April 5, 2014 | Media Startups
ISOJ Panel: Media startups mark change and innovation for future of journalism
The young news ventures represented at the panel “Journalism star startups: building innovative media outlets for the digital age,” on the second day of the 15th International Symposium on Online Journalism (ISOJ), were certainly embracing digital media as the future of journalism. With services ranging from covering violent crimes through arrests and hearings to creating a trustworthy news media for a market where news are consolidated into two opposing sides, these startups showed that with the right tools, digital media should not mean the demise of journalism.
From Laura Amico’s days as an unemployed crime reporter came Homicide Watch, a crime-watching project that started out as a blog and turned into a medium that spans more than one city now, and is being used to train and kickstart journalists interested in crime reporting.
ISOJ 2014: Interview with Laura Amico, from Knight Center on Vimeo.
Homicide Watch was born from what Amico saw as a lack in the conversation about violent crime, something she especially observed in her own D.C. community.
“The news cycle doesn’t suit following crime very well,” she said, adding that there’s too many cases where the people just get swept away and forgotten. In that aspect Homicide Watch excelled, since it raised questions about how the criminal justice was working and how we would like it to work instead.
Taiwan’s The News Lens was also born out of the same idea of wanting to change the way media worked. Chung said the public in Taiwan don’t trust the media, and there’s frustration among young people over the very biased and consolidated media. The News Lens was born out of that disappointment.
“We don’t target anyone over 60,” founder and CEO Joey Chung said. “My parents said they didn’t know what I was doing, I told them I didn’t care.”
Now it’s one of the fastest growing startups in Taiwan and employs over 180 writers. As a medium, they revamp their look every three or four months, and they’re constantly exploring new features, such as 90 second-long newscast, which is roughly the amount of time between subway stops.
The fact that The News Lens was blocked in China about three months after their launch is seen as a success, Chung said. An investor actually called to congratulate them afterwards.
ISOJ 2014: Interview with Joey Chung, from Knight Center on Vimeo.
As far as news media aiming to represent the younger generation, The News Lens is not alone. Jake Horowitz, CEO an co-founder of PolicyMic, created his medium in response to what he referred to as a failure of legacy media to reach Millenials due to missing the platforms and topics the younger generation is looking for.
“This is no longer about online news sites, but about social media,” Horowitz said, adding that a news site is only as good as its distribution channels. “The home page is dead – we are incredibly distrustful of mainstream media institutions.”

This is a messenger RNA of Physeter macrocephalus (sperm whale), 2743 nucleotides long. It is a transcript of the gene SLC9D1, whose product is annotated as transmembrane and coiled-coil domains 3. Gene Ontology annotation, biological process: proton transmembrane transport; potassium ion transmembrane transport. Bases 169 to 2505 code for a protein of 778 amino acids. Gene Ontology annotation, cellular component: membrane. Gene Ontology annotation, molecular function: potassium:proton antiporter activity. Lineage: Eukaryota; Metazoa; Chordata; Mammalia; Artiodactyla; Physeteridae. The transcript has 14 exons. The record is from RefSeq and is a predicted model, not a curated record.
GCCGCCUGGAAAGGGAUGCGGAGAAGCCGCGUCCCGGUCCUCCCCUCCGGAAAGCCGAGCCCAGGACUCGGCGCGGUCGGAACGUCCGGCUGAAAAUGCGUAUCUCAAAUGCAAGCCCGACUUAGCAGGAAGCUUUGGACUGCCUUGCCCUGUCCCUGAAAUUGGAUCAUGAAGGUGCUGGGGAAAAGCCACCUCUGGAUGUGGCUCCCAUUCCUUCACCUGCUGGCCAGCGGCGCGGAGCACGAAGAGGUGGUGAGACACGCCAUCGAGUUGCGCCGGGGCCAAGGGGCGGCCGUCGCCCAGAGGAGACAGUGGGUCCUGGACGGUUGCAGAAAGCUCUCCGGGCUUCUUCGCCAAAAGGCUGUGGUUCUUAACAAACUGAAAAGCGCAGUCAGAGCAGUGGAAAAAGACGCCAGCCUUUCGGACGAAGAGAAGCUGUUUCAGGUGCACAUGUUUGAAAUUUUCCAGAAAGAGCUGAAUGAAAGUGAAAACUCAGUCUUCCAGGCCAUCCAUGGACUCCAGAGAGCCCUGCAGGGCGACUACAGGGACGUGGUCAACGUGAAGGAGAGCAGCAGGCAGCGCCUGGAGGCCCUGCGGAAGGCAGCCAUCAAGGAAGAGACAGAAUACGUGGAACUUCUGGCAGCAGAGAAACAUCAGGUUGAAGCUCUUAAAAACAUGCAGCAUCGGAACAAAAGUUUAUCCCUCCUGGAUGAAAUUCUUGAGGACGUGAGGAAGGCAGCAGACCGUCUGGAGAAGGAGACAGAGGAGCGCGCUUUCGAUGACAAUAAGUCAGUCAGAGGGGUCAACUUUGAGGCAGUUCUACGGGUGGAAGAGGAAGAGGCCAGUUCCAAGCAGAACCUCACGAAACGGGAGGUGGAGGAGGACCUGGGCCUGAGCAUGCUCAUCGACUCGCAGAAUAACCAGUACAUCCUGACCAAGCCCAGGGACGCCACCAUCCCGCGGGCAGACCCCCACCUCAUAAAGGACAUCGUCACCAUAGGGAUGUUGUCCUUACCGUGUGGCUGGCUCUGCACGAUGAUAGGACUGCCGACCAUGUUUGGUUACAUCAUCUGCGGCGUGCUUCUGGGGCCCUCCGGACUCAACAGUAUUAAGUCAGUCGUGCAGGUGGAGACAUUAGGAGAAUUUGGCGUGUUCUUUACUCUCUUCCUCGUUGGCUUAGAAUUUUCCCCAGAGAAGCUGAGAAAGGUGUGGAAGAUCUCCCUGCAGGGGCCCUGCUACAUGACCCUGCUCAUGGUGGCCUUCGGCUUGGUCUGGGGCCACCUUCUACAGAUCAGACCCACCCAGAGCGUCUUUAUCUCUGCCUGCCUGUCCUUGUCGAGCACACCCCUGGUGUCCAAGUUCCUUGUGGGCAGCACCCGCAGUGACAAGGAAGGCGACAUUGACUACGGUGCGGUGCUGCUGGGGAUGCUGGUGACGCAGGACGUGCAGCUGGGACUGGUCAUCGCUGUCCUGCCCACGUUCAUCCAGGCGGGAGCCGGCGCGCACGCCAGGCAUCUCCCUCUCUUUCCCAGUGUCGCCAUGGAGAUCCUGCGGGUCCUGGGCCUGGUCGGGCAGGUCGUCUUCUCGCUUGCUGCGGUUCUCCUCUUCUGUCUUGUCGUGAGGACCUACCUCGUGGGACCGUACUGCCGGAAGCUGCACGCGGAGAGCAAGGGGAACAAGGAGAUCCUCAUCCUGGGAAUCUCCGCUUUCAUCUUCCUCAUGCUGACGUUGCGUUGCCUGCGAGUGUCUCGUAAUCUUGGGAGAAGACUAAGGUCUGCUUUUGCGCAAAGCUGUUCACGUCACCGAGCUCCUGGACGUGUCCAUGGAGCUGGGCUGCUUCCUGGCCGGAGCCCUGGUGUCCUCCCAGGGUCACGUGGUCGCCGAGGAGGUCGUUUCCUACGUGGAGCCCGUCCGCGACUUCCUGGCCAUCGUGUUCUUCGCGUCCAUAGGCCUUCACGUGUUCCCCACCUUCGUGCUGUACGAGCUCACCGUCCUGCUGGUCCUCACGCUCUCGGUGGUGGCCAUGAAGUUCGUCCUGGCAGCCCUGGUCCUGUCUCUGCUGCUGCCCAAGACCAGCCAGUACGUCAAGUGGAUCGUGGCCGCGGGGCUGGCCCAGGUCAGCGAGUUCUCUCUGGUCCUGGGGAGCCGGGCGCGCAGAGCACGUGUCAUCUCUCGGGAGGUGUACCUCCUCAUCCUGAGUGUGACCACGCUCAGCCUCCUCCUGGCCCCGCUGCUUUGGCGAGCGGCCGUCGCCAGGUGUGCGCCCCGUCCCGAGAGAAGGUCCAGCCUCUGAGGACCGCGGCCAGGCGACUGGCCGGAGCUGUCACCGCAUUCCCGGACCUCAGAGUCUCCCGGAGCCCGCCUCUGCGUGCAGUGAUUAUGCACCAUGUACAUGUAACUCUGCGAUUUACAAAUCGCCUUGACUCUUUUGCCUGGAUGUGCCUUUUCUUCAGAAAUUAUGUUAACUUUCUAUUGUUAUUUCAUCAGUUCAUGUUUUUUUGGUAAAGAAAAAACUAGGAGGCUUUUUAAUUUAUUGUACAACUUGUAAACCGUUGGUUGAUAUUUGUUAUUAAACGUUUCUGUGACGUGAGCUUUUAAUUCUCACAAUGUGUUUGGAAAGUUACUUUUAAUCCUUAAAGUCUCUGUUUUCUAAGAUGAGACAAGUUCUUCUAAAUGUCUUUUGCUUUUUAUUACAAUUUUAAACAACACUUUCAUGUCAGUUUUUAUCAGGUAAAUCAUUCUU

Horowitz said PolicyMic aims at deepening their news coverage, to tell stories not only with words and photos, but with data visualization and graphics.
La Silla Vacía was created in order to show the true balance of power and corruption present in Colombian politics, and León placed an emphasis on social media, saying that the World Wide Web has now turned into the World Live Web.The same emphasis on social media is seen on Juanita León’s Bogotá-based startup, La Silla Vacía, that León said will soon begin exploring the option of building a social media network based around journalism.
The site, which León said is now the third online media site most read by opinion leaders, is equipped with a live updates section, and it counts with 327,000 Twitter followers.
“We’ve become a lab for innovative journalism,” León said, adding that they’re aiming to hold a permanent conversation with the audience. “But forget about the big shot journalists, we’re bringing in really smart people from the universities.” This was in response to the difficulty the had in convincing good, experienced journalists to come work for them, because they tend to be traditionalists who don’t take risks.
“How you see yourself as media matters, the key is transparency,” she said.
This emphasis on transparency is something also seen at The Texas Tribune, whose editor Emily Ramshaw outlined their business model, which included corporate sponsorships, major donors, foundations, memberships and events, as well as their approach to journalism during the presentation, which included traditional beat reporting on Texas politics and data and app management teams.
“We believe our readers and users should be in the same room with the people who represent them, “ Ramshaw said of their journalistic approach.
However successful they may be, The Tribune is still a non-profit, with free access for regional papers to Tribune stories and content, which is why you can find Tribune bylines on many regional newspapers across Texas.
While many are signaling the entrance of the digital age as a doomsday for traditional journalism, these startup companies are finding ways to use the digital age to their advantage, which may be changing the way media companies go about aggregating and publishing their news content, but it’s ensuring journalism’s survival.
And even thought the media industry is changing, this change could be for the better, as Homicide Watch’s Amico pointed out when she said that newsrooms who say yes to Homicide Watch are saying yes to changing the way the news media covers homicide and violent crimes.
The Millennial generation has not been served well by the mainstream media — not just because of a continuous focus on labeling Millenials as lazy and unfocused – and this is a fast-failing model.
“Startups have a huge opportunity to experiment,” said PolicyMic’s Horowitz. “Focus groups are important, but you have to test content too.”